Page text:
ECE Graduate Seminar Lecture by Prof. Hossein Pishro-Nik, University of Massachusetts, Amherst

Thursday, September 27, 2018
4:00 pm
Floor/Room #: 
AK 219

Title:

Privacy against Statistical Matching

 

Abstract:

Smart cities, connected vehicles, smart homes, and connected healthcare devices are examples of how the Internet of Things (IoT) will revolutionize our lives in the decades ahead.  However, the potential loss of privacy is a significant threat to IoT penetration.  This leads to a great challenge:  IoT devices will be generating an astounding amount of data every second in the near future, and, even if privacy-protecting mechanisms are employed, significant privacy leaks can occur due to the sheer amount of the data generated and powerful statistical inference techniques available to the potential adversaries.

In this talk, we discuss the theoretical limits of IoT privacy.  The main idea is that a large class of IoT privacy problems can be modeled mathematically as matching and de-noising time-series data. Using this setting, we introduce the information theoretic notion of perfect privacy. We consider a network of a large number of users, and assume anonymization and/or obfuscation techniques are used to preserve the privacy of users.  We provide conditions under which perfect privacy is achievable. Also, we provide converse results where an adversary is able to successfully recover the data. Two models for users’ data are considered: i.i.d. as well as Markov chain-based models. We also consider the impact of correlation between user traces on their privacy. Specifically, we show that this correlation leaks a significant amount of information and that independent obfuscation of the data traces is often insufficient to remedy such. Finally, we discuss how the users can employ dependency in their obfuscation to improve their privacy.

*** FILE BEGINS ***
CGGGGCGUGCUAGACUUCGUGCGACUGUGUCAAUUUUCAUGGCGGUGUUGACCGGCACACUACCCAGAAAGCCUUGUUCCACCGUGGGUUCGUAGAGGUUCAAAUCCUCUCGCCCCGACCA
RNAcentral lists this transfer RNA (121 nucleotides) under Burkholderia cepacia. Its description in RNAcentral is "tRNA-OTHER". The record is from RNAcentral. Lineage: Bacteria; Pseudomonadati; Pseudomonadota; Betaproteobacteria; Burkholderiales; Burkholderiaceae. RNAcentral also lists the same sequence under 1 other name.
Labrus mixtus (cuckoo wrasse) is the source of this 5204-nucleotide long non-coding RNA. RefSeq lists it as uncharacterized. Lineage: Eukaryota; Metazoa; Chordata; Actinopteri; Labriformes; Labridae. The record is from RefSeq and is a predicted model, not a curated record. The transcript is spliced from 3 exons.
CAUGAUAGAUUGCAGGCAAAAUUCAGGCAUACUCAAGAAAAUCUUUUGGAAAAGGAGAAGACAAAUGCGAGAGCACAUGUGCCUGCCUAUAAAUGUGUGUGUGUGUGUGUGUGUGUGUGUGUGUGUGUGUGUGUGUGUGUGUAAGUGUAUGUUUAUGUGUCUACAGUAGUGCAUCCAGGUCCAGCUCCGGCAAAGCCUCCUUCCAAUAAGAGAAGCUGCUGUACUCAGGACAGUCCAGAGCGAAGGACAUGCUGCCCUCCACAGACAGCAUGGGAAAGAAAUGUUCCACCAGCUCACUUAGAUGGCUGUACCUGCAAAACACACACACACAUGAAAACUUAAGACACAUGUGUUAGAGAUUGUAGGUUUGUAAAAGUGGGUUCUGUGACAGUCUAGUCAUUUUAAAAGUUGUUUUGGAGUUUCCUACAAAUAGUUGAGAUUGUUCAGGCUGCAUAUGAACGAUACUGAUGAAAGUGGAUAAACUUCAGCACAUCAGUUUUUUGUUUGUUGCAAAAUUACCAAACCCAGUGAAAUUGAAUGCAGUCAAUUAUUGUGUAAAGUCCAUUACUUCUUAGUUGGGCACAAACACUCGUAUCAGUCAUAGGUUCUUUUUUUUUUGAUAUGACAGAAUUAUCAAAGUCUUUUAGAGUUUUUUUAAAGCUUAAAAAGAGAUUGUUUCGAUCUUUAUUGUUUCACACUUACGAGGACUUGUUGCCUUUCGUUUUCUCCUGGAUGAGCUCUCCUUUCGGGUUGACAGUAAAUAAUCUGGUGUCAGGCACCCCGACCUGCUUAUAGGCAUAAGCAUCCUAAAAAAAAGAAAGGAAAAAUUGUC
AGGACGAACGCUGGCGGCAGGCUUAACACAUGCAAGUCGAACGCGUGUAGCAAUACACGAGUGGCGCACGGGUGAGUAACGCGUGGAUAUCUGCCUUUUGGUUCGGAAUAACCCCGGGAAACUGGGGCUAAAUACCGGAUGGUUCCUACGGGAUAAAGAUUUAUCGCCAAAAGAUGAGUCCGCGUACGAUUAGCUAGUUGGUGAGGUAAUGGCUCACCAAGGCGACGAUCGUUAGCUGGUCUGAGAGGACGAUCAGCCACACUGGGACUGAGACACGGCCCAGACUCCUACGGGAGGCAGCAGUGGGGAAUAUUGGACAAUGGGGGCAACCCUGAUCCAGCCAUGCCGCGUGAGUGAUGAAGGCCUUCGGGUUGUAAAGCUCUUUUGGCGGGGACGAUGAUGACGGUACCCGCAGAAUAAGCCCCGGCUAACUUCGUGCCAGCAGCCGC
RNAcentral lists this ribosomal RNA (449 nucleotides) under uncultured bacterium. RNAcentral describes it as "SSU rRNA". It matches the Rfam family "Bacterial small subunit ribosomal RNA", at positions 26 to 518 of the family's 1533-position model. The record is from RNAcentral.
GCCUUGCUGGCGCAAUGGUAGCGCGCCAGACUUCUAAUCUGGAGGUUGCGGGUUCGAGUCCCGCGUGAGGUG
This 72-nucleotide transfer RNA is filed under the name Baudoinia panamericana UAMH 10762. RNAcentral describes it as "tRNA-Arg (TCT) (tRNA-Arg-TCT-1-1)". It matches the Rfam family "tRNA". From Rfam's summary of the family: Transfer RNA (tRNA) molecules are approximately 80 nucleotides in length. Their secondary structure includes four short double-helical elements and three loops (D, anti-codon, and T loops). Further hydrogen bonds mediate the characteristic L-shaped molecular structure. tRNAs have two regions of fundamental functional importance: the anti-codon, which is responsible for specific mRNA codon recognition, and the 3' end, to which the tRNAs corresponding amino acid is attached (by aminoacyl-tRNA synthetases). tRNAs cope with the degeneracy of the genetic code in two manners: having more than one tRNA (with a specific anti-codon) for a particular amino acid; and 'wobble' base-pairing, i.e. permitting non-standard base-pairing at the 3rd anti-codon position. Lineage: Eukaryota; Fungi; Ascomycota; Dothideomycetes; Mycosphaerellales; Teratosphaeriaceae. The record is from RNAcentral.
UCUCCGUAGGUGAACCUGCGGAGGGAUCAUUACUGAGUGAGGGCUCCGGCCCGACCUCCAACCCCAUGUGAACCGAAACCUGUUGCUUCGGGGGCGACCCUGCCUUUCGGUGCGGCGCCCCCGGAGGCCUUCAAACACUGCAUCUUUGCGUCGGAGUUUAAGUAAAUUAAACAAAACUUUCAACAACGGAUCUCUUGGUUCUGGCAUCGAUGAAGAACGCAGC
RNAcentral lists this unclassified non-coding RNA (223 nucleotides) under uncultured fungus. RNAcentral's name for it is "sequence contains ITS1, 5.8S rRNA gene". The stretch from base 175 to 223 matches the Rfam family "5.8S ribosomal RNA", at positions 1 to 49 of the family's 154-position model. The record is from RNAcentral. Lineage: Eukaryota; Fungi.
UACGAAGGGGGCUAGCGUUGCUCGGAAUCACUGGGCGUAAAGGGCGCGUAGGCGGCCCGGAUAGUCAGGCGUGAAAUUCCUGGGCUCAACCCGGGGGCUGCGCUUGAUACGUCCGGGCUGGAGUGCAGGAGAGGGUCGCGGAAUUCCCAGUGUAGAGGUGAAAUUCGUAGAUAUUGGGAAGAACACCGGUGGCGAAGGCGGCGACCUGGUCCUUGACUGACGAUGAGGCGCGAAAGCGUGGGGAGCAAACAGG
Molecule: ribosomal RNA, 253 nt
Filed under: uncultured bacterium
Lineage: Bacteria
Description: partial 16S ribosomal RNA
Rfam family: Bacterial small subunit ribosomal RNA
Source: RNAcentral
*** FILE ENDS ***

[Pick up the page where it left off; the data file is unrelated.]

Speaker:

Hossein Pishro-Nik

Associate Professor, ECE Department
University of Massachusetts, Amherst

 

Bio:

Hossein Pishro-Nik is an Associate Professor of electrical and computer engineering at the University of Massachusetts, Amherst. He received a B.S. degree from Sharif University of Technology, and M.Sc. and Ph.D. degrees from the Georgia Institute of Technology, all in electrical and computer engineering. His research interests include information and coding theory, stochastic analysis of wireless networks, and vehicular communications.  He has received an NSF Faculty Early Career Development (CAREER) Award, an Outstanding Junior Faculty Award from UMass, and an Outstanding Graduate Research Award from the Georgia Institute of Technology.